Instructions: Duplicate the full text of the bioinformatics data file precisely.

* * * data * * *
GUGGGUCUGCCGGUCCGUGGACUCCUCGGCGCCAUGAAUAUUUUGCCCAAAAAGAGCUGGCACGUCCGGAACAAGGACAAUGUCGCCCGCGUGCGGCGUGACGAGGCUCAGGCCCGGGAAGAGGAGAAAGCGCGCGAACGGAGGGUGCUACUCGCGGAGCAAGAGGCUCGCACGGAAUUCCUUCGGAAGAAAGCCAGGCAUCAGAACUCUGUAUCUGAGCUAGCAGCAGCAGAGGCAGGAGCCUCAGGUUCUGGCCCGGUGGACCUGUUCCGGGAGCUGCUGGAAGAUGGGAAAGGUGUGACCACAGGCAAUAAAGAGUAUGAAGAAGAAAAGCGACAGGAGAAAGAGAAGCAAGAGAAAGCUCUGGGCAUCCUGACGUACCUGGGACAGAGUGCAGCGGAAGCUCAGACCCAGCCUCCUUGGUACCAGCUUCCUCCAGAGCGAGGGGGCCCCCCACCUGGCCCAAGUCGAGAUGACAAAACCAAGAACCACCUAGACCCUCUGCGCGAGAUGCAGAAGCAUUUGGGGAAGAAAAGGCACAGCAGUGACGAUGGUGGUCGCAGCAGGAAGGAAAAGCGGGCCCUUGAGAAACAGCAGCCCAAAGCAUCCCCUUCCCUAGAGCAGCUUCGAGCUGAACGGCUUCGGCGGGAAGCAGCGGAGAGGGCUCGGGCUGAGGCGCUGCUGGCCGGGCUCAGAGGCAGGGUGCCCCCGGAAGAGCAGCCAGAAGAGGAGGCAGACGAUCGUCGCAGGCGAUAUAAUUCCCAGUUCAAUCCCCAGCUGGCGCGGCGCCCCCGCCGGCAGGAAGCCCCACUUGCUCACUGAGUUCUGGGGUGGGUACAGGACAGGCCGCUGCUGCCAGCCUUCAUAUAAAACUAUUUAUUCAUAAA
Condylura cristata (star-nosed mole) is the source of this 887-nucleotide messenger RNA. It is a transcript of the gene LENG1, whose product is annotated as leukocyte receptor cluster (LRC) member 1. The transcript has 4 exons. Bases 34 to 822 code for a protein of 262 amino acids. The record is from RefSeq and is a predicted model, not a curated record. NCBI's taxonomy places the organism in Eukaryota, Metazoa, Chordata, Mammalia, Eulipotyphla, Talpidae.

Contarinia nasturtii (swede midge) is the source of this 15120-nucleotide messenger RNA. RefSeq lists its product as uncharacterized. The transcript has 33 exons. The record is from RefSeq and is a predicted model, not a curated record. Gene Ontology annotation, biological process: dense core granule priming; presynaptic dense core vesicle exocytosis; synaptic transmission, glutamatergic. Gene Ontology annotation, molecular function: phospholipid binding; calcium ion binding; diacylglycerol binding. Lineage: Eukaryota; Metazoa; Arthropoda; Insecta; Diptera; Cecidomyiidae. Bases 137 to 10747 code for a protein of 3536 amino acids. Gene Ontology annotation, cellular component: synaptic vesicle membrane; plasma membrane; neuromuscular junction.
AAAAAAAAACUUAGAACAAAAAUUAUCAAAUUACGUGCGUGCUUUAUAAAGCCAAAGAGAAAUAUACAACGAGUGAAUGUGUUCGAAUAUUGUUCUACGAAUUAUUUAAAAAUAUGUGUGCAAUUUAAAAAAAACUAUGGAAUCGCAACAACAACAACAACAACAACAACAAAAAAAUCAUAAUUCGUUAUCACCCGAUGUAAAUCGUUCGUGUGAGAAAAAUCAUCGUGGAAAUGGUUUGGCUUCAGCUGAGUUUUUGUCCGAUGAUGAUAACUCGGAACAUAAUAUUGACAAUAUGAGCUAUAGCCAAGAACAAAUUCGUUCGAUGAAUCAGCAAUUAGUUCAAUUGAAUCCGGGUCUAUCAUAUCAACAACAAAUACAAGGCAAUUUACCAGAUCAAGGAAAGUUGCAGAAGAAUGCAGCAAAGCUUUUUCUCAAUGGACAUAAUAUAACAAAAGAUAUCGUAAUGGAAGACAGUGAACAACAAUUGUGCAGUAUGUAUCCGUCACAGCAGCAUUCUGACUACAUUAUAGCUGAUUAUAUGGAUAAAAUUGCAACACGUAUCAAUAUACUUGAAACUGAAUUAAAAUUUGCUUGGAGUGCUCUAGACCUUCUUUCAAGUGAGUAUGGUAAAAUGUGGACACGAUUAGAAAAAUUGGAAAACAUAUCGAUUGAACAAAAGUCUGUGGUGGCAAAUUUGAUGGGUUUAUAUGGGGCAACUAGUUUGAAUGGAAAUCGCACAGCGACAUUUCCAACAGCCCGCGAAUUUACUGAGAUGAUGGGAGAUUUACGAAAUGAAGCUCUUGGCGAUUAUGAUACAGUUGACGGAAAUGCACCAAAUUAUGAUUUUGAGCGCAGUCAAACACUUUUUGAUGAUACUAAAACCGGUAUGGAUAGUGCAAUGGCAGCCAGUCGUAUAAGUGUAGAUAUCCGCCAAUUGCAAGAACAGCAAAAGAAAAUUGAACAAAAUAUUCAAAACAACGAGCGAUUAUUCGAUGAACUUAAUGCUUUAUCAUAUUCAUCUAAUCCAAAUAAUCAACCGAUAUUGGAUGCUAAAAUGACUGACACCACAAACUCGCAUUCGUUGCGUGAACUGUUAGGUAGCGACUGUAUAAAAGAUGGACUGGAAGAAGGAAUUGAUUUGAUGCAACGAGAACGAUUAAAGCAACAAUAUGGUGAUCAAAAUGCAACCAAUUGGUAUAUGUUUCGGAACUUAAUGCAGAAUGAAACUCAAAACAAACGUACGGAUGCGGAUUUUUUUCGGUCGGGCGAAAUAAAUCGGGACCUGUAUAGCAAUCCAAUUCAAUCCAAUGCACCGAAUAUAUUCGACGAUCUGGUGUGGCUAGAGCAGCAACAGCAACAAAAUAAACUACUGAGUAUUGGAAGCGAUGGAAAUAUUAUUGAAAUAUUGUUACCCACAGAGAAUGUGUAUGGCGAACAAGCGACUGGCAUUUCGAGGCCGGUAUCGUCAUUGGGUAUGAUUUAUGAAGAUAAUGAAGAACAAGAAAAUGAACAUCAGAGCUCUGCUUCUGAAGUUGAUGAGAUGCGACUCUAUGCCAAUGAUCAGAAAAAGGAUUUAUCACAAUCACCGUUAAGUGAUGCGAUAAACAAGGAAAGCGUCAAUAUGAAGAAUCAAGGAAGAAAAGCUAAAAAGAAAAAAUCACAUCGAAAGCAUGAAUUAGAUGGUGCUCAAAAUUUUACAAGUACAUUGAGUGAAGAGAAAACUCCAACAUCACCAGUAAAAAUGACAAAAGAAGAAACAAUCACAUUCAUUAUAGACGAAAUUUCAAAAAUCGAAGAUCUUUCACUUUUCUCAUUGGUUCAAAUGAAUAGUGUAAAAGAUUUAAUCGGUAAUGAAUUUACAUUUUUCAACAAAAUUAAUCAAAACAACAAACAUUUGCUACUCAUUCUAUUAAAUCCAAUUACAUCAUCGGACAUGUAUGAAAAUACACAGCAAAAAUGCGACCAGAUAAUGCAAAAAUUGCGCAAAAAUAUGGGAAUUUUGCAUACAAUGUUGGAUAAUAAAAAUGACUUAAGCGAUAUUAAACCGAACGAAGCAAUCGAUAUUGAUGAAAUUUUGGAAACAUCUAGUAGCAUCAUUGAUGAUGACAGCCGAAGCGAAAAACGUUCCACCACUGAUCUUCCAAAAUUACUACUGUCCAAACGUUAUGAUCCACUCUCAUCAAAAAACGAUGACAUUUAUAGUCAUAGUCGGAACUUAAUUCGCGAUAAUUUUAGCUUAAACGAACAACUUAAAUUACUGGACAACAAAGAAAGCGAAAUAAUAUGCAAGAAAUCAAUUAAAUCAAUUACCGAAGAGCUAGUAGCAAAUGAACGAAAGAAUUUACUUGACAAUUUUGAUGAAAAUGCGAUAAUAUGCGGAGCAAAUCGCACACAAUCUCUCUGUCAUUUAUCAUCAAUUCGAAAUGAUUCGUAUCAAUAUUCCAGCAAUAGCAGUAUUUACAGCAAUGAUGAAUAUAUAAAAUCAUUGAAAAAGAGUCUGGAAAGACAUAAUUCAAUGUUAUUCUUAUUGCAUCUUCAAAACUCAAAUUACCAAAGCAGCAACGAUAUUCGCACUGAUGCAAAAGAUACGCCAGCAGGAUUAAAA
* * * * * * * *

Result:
GUGGGUCUGCCGGUCCGUGGACUCCUCGGCGCCAUGAAUAUUUUGCCCAAAAAGAGCUGGCACGUCCGGAACAAGGACAAUGUCGCCCGCGUGCGGCGUGACGAGGCUCAGGCCCGGGAAGAGGAGAAAGCGCGCGAACGGAGGGUGCUACUCGCGGAGCAAGAGGCUCGCACGGAAUUCCUUCGGAAGAAAGCCAGGCAUCAGAACUCUGUAUCUGAGCUAGCAGCAGCAGAGGCAGGAGCCUCAGGUUCUGGCCCGGUGGACCUGUUCCGGGAGCUGCUGGAAGAUGGGAAAGGUGUGACCACAGGCAAUAAAGAGUAUGAAGAAGAAAAGCGACAGGAGAAAGAGAAGCAAGAGAAAGCUCUGGGCAUCCUGACGUACCUGGGACAGAGUGCAGCGGAAGCUCAGACCCAGCCUCCUUGGUACCAGCUUCCUCCAGAGCGAGGGGGCCCCCCACCUGGCCCAAGUCGAGAUGACAAAACCAAGAACCACCUAGACCCUCUGCGCGAGAUGCAGAAGCAUUUGGGGAAGAAAAGGCACAGCAGUGACGAUGGUGGUCGCAGCAGGAAGGAAAAGCGGGCCCUUGAGAAACAGCAGCCCAAAGCAUCCCCUUCCCUAGAGCAGCUUCGAGCUGAACGGCUUCGGCGGGAAGCAGCGGAGAGGGCUCGGGCUGAGGCGCUGCUGGCCGGGCUCAGAGGCAGGGUGCCCCCGGAAGAGCAGCCAGAAGAGGAGGCAGACGAUCGUCGCAGGCGAUAUAAUUCCCAGUUCAAUCCCCAGCUGGCGCGGCGCCCCCGCCGGCAGGAAGCCCCACUUGCUCACUGAGUUCUGGGGUGGGUACAGGACAGGCCGCUGCUGCCAGCCUUCAUAUAAAACUAUUUAUUCAUAAA
Condylura cristata (star-nosed mole) is the source of this 887-nucleotide messenger RNA. It is a transcript of the gene LENG1, whose product is annotated as leukocyte receptor cluster (LRC) member 1. The transcript has 4 exons. Bases 34 to 822 code for a protein of 262 amino acids. The record is from RefSeq and is a predicted model, not a curated record. NCBI's taxonomy places the organism in Eukaryota, Metazoa, Chordata, Mammalia, Eulipotyphla, Talpidae.

Contarinia nasturtii (swede midge) is the source of this 15120-nucleotide messenger RNA. RefSeq lists its product as uncharacterized. The transcript has 33 exons. The record is from RefSeq and is a predicted model, not a curated record. Gene Ontology annotation, biological process: dense core granule priming; presynaptic dense core vesicle exocytosis; synaptic transmission, glutamatergic. Gene Ontology annotation, molecular function: phospholipid binding; calcium ion binding; diacylglycerol binding. Lineage: Eukaryota; Metazoa; Arthropoda; Insecta; Diptera; Cecidomyiidae. Bases 137 to 10747 code for a protein of 3536 amino acids. Gene Ontology annotation, cellular component: synaptic vesicle membrane; plasma membrane; neuromuscular junction.
AAAAAAAAACUUAGAACAAAAAUUAUCAAAUUACGUGCGUGCUUUAUAAAGCCAAAGAGAAAUAUACAACGAGUGAAUGUGUUCGAAUAUUGUUCUACGAAUUAUUUAAAAAUAUGUGUGCAAUUUAAAAAAAACUAUGGAAUCGCAACAACAACAACAACAACAACAACAAAAAAAUCAUAAUUCGUUAUCACCCGAUGUAAAUCGUUCGUGUGAGAAAAAUCAUCGUGGAAAUGGUUUGGCUUCAGCUGAGUUUUUGUCCGAUGAUGAUAACUCGGAACAUAAUAUUGACAAUAUGAGCUAUAGCCAAGAACAAAUUCGUUCGAUGAAUCAGCAAUUAGUUCAAUUGAAUCCGGGUCUAUCAUAUCAACAACAAAUACAAGGCAAUUUACCAGAUCAAGGAAAGUUGCAGAAGAAUGCAGCAAAGCUUUUUCUCAAUGGACAUAAUAUAACAAAAGAUAUCGUAAUGGAAGACAGUGAACAACAAUUGUGCAGUAUGUAUCCGUCACAGCAGCAUUCUGACUACAUUAUAGCUGAUUAUAUGGAUAAAAUUGCAACACGUAUCAAUAUACUUGAAACUGAAUUAAAAUUUGCUUGGAGUGCUCUAGACCUUCUUUCAAGUGAGUAUGGUAAAAUGUGGACACGAUUAGAAAAAUUGGAAAACAUAUCGAUUGAACAAAAGUCUGUGGUGGCAAAUUUGAUGGGUUUAUAUGGGGCAACUAGUUUGAAUGGAAAUCGCACAGCGACAUUUCCAACAGCCCGCGAAUUUACUGAGAUGAUGGGAGAUUUACGAAAUGAAGCUCUUGGCGAUUAUGAUACAGUUGACGGAAAUGCACCAAAUUAUGAUUUUGAGCGCAGUCAAACACUUUUUGAUGAUACUAAAACCGGUAUGGAUAGUGCAAUGGCAGCCAGUCGUAUAAGUGUAGAUAUCCGCCAAUUGCAAGAACAGCAAAAGAAAAUUGAACAAAAUAUUCAAAACAACGAGCGAUUAUUCGAUGAACUUAAUGCUUUAUCAUAUUCAUCUAAUCCAAAUAAUCAACCGAUAUUGGAUGCUAAAAUGACUGACACCACAAACUCGCAUUCGUUGCGUGAACUGUUAGGUAGCGACUGUAUAAAAGAUGGACUGGAAGAAGGAAUUGAUUUGAUGCAACGAGAACGAUUAAAGCAACAAUAUGGUGAUCAAAAUGCAACCAAUUGGUAUAUGUUUCGGAACUUAAUGCAGAAUGAAACUCAAAACAAACGUACGGAUGCGGAUUUUUUUCGGUCGGGCGAAAUAAAUCGGGACCUGUAUAGCAAUCCAAUUCAAUCCAAUGCACCGAAUAUAUUCGACGAUCUGGUGUGGCUAGAGCAGCAACAGCAACAAAAUAAACUACUGAGUAUUGGAAGCGAUGGAAAUAUUAUUGAAAUAUUGUUACCCACAGAGAAUGUGUAUGGCGAACAAGCGACUGGCAUUUCGAGGCCGGUAUCGUCAUUGGGUAUGAUUUAUGAAGAUAAUGAAGAACAAGAAAAUGAACAUCAGAGCUCUGCUUCUGAAGUUGAUGAGAUGCGACUCUAUGCCAAUGAUCAGAAAAAGGAUUUAUCACAAUCACCGUUAAGUGAUGCGAUAAACAAGGAAAGCGUCAAUAUGAAGAAUCAAGGAAGAAAAGCUAAAAAGAAAAAAUCACAUCGAAAGCAUGAAUUAGAUGGUGCUCAAAAUUUUACAAGUACAUUGAGUGAAGAGAAAACUCCAACAUCACCAGUAAAAAUGACAAAAGAAGAAACAAUCACAUUCAUUAUAGACGAAAUUUCAAAAAUCGAAGAUCUUUCACUUUUCUCAUUGGUUCAAAUGAAUAGUGUAAAAGAUUUAAUCGGUAAUGAAUUUACAUUUUUCAACAAAAUUAAUCAAAACAACAAACAUUUGCUACUCAUUCUAUUAAAUCCAAUUACAUCAUCGGACAUGUAUGAAAAUACACAGCAAAAAUGCGACCAGAUAAUGCAAAAAUUGCGCAAAAAUAUGGGAAUUUUGCAUACAAUGUUGGAUAAUAAAAAUGACUUAAGCGAUAUUAAACCGAACGAAGCAAUCGAUAUUGAUGAAAUUUUGGAAACAUCUAGUAGCAUCAUUGAUGAUGACAGCCGAAGCGAAAAACGUUCCACCACUGAUCUUCCAAAAUUACUACUGUCCAAACGUUAUGAUCCACUCUCAUCAAAAAACGAUGACAUUUAUAGUCAUAGUCGGAACUUAAUUCGCGAUAAUUUUAGCUUAAACGAACAACUUAAAUUACUGGACAACAAAGAAAGCGAAAUAAUAUGCAAGAAAUCAAUUAAAUCAAUUACCGAAGAGCUAGUAGCAAAUGAACGAAAGAAUUUACUUGACAAUUUUGAUGAAAAUGCGAUAAUAUGCGGAGCAAAUCGCACACAAUCUCUCUGUCAUUUAUCAUCAAUUCGAAAUGAUUCGUAUCAAUAUUCCAGCAAUAGCAGUAUUUACAGCAAUGAUGAAUAUAUAAAAUCAUUGAAAAAGAGUCUGGAAAGACAUAAUUCAAUGUUAUUCUUAUUGCAUCUUCAAAACUCAAAUUACCAAAGCAGCAACGAUAUUCGCACUGAUGCAAAAGAUACGCCAGCAGGAUUAAAA